No, it is something much more sinister. A beloved American institution is under attack.
The story is all over the news, you can’t turn on the TV or surf the net without being
assaulted by the speculation, the analysis and the hyperbolae.
No we aren’t talking about the oil spill, or whatever Obama is doing. We are talking
about Lebron James’ vicious assault of Brett Favre.
That’s right loyal reader, your summer tradition of breathlessly awaiting word on Brett
decision on retirement has been ruthlessly abducted from the headlines. And perhaps
more disturbing, is the assault on Brett’s cherished title of being the pre-eminent attention
whore in sports.
The outright high jacking of the sporting landscape has obviously been well planned, and
rehearsed for optimal effect. And if you carefully examine the actions of the key players,
you will find the mastermind.
Player #1 – Brett Favre
It would not be surprising to find that Favre was ready to pass the torch to the next
in line, if he were truly contemplating retirement. But his actions show that he was
preparing for another Summer of dominating the headlines and sports talk radio.
Tearfully discuss how this could be the end after costing his team another playoff game –
Carefully timed surgery to keep name in headlines – check.
Meaningless wager with hometown team – check.
Vague quotes served up to long time media accomplices to further agenda – check.
The evidence is clear. Brett actions are those of one who relishes his standing, and wishes
to wear the crown as long as possible.
Verdict – Victim
Player #2 – LeBron James
The heir to Jordan’s throne, I won’t list his on court accomplishments, because I couldn’t
give a fuck about basketball and don’t know them. But with his name and face plastered
all over the media, he appears to have been working hard to replace Favre the past few
Show up wearing out of town gear to rile fans – check.
Avoid answering questions about preferred destination, while accepting any and all
invitations to be interviewed on that very subject – check.
Agree to a one hour special on the occasion of your decision – check.
It would seem to those eager to pass judgment that James and his marketing team are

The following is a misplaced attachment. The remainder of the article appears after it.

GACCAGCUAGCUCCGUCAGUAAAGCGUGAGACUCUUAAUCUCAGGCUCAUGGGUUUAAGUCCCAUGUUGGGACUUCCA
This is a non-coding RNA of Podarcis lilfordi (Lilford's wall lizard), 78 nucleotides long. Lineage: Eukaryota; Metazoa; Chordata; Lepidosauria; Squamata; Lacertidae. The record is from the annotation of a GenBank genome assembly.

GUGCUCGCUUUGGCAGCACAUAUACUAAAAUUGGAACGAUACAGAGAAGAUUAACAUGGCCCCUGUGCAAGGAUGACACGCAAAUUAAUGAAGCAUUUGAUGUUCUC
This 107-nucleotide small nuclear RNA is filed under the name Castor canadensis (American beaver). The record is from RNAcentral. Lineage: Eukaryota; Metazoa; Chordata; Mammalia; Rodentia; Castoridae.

the masterminds behind this coup attempt. There is only one problem. This is coming
too early in his career. And a true mastermind would recognize this, and the imminent
backlash. No, James’ ignorance of the potential consequences demonstrates that he and
his team are no potential masterminds.
Verdict – Willing Accomplice
This leaves just one potential mastermind. Those of you who are long time readers
will know his name. And if you tune in tonight, I am sure you will see his face.
Player #3 – Stuart Scott
That right, the man who holds an unexplainable hold over the Disney/ESPN empire.
Hiding behind his buffoonish façade, his lazy eye, his penchant for outdated pop culture
references, Stuart Scott has positioned himself to retake his spot as the premier ESPN
When you follow the breadcrumbs, it isn’t hard to pick up the trail.
Scott had it all. Free reign to impart his will over the worldwide leaders sports
programming. From forcing his way onto the Sunday/Monday night pregame show
to outright flaunting of his powers, such as his poetry jams. Scott could do whatever,
whenever he wanted.
But media power can be fleeting, and any sign of weakness can cost one his perch.
A mysterious Illness, coupled with others getting closer to reigning king of attention
whoring, Favre, than he could (Favre of course is a Southern white boy, read into this as
you will). And Scott new something had to be done.
First, media competition had to be eliminated. Some quick backdoor maneuvering was
all it took to discredit the likes of Steven A. Smith (let us not forget that White Males
from New England share many traits of their southern counterparts, and prefer a “safe”
alternate perspective).
Then a suitable heir to Favre’s throne had to be found. James was the obvious choice.
Willing to be thrust into the spotlight from a young age, desperate for the attention,
immature enough to embrace Scott and talented enough to garner the attention, he was
easy pickings for one as experience in manipulation as Scott.
Finally the hype machine had to be wound up. While Scott had seen his star fade due to
the ascension of those more physically gifted (Erin Andrews) or willing to flaunt their
limited physical gifts (Hanna Storm), or actually adept at their craft (Bob Ley), he still
had his claws deep enough into the worldwide leader to manipulate the weak minded.
And the weak were easily manipulated. Scott’s favorite tool was Bill Simmons. Feeding
on Simmon’s love for outdated pop culture, Simmons was a willing pawn in Scott’s
game. Possessing an internet following that is hard to explain, Simmons reached the
masses with Scotts message of “All that is James must be covered”.
With all the pieces in place, Scott could sit back and watch his master plan fall into
place. The ESPN machine will automatically gravitate towards properties it holds the
rights to (See world cup hype) so Scott, now in place as the man closest to James in the
organization had only to ride the wave.
Tonight a new King of the Attention Whores may be crowned, but while his predecessor
was a master media manipulator, this new King is merely a figurehead. Make no mistake
dear readers, tonight is the start of something far more sinister, The second reign of Stuart
Scott is at hand. The sporting world may never be the same.